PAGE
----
Easier anchor recovery

I recently found this product: The AnchorRescue II which looks like an excellent option for being able to trip your anchor if needed without all the problems of using a traditional trip-line to a buoy (tangles, other people picking it up etc).

It is good that it is a 2nd generation product, there have been others using somewhat similar concepts but this seems to have lasted longer and been improved. I like the fact that once setup you can ignore it until needed. Also that in the latest version it has re-usable velco strips to hold the trip chain to the anchor rather than leaving plastic cable ties at the bottom of the sea.

Transforming waste with DIY Plastic recycling

In a number of my Dyneema rigging posts I’ve referred to using HDPE to reduce friction and chafe where dyneema comes into contact with the mast or the deck.

I’d found a straightforward supply of HDPE as rods and sheets at Direct Plastics. However, we have just discovered a much better option. It turns out that it is relatively straightforward to turn our rubbish into new bits for the boat.

There are a ton of videos on how to turn HDPE waste into new products, even on a tiny scale (see Brothers Make on YouTube).

Therefore, we could potentially collect all our waste on the boat that is marked with this symbol:

into chafe avoiding parts for our rigging as well as lots of other useful boat bits for example:

  • Cleat boots (stop you hurting your toes on the rope cleats around your deck)
  • Chafe pads where ropes cross the deck or toerail
  • chopping boards
  • gratings for the shower room, for the cockpit
  • soap dishes
  • plastic carabiners for hooking light things up around the boat
  • chocks to hold things in place in lockers

Then we started to go further. Storage and disposal of waste is a real problem for cruisers. Supposing all plastic waste is washed, paper labels removed, sorted by type and colour and then shredded on board. Because with the exception of PET (1 in the recycling symbol) most plastics can be shredded and used to create new things (with varying properties). Suddenly all you have to store is tiny plastic pellets, which at any time can be made into things you can use or sell. You can even melt them into moulds to create dense “bricks” for the most compact storage – which can then be carved or melted to be used in other projects at a suitable time.

Then we went a bit further. While we won’t have the space or energy surplus for machines that have the capacity to run a full-time recycling business that collects and processes rubbish from a whole community, we would have enough capacity to be able to help out other cruisers with their waste.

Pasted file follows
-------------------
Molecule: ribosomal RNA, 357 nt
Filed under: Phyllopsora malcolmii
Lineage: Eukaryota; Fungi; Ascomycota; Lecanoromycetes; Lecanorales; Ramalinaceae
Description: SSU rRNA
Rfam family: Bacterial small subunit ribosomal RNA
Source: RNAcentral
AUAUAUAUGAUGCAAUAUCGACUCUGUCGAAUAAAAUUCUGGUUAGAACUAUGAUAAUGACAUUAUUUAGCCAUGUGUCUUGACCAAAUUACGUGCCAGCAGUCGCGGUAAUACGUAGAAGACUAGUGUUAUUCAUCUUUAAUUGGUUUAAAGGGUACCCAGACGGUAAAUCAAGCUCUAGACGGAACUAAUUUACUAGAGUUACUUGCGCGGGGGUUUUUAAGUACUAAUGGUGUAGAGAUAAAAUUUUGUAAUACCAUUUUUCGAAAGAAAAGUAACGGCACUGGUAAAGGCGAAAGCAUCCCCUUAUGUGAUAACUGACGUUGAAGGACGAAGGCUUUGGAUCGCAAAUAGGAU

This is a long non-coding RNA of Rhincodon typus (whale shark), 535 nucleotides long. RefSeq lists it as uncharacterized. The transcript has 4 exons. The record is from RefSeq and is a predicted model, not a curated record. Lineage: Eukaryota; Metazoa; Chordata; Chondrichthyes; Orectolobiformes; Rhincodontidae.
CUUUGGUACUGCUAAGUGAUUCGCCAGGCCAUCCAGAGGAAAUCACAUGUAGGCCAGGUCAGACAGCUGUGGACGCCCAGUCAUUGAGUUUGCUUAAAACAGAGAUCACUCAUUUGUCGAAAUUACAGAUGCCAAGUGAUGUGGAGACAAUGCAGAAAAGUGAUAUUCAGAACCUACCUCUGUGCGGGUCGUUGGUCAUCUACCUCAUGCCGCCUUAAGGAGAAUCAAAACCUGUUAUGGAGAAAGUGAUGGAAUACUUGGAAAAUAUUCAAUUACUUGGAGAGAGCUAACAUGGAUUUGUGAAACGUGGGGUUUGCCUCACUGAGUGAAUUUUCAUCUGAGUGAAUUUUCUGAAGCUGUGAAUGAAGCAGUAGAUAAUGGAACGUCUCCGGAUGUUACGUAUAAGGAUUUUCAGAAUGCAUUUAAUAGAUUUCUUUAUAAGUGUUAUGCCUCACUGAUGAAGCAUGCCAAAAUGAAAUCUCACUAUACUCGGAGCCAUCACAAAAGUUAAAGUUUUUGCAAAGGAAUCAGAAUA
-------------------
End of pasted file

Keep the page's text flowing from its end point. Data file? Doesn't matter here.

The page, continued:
Beyond that one of the common struggles we see many cruisers having is with the plastic they find on every beach. No cruiser has the capacity to store the plastic waste they can pick up very quickly every time they visit a beach. Plus even if it is collected then the small remote communities have no way of dealing with the waste (and cruisers often have to pay to leave rubbish). Of course, as we know, few large communities anywhere in the world are properly recycling much plastic waste. Too much gets shipped abroad, incinerated or buried rather than recycled.

So the goal becomes to find the right scale machines for the key tasks of shredding and injection moulding. The larger pieces can be created by either melting and pressing into a mould that we can make from wood (or possibly thickened epoxy); or by cutting/shaping as you would a piece of wood.

It looks like the Precious Plastic Universe is a potentially fantastic resource. Although their latest V4 machines are too big for us, there still seems to be a lot of support for their older/smaller machines. And it is all Open Source and Free.

We are loving this idea. Being able to make things to repair/upgrade our boat from our own rubbish is Sustainable heaven 🙂 But far more the chance to reduce the footprint of our cruising as well as that of others – in fact by being able to clear rubbish from beaches we end up with a really positive impact.

Wheelhouse plans

I said I was going to write this in my post “In the works“, just taken a bit longer than I thought.

This is what our wheelhouse looks like at the moment. The blue cover is really designed for use when Vida is ashore, or left on a mooring. It doesn’t have any windows and is almost impossible to do up fully from the inside. It is also all one piece which means you have no way of accessing the mainsheet or jib sheets when sailing.

Yes, we know that it definitely cannot be described as pretty!! The slab sections rising up from the cabin clash with every other line on the boat and it is too angular and too high.

However, we have a few more urgent concerns (although if we can make it look better while working on these then all to the good).

Ventilation: Even with the boat ashore in North Wales it got very warm under the wheelhouse on a warm summer day. It would quickly get unbearable to be at the steering wheel in the tropics.

Structure: the windscreen windows have vertical aluminium tubes between them. The stainless steel window frames are screwed to these on their sides and to the GRP at the top and bottom. This has caused corrosion between the different metals. Plus so far as we can tell the aluminium poles are not fixed in place by anything other than the window frames. That seems inadequate if a person gets thrown against it by a wave or a big wave hits it. Fortunately the poles at the aft end are very securely fitted.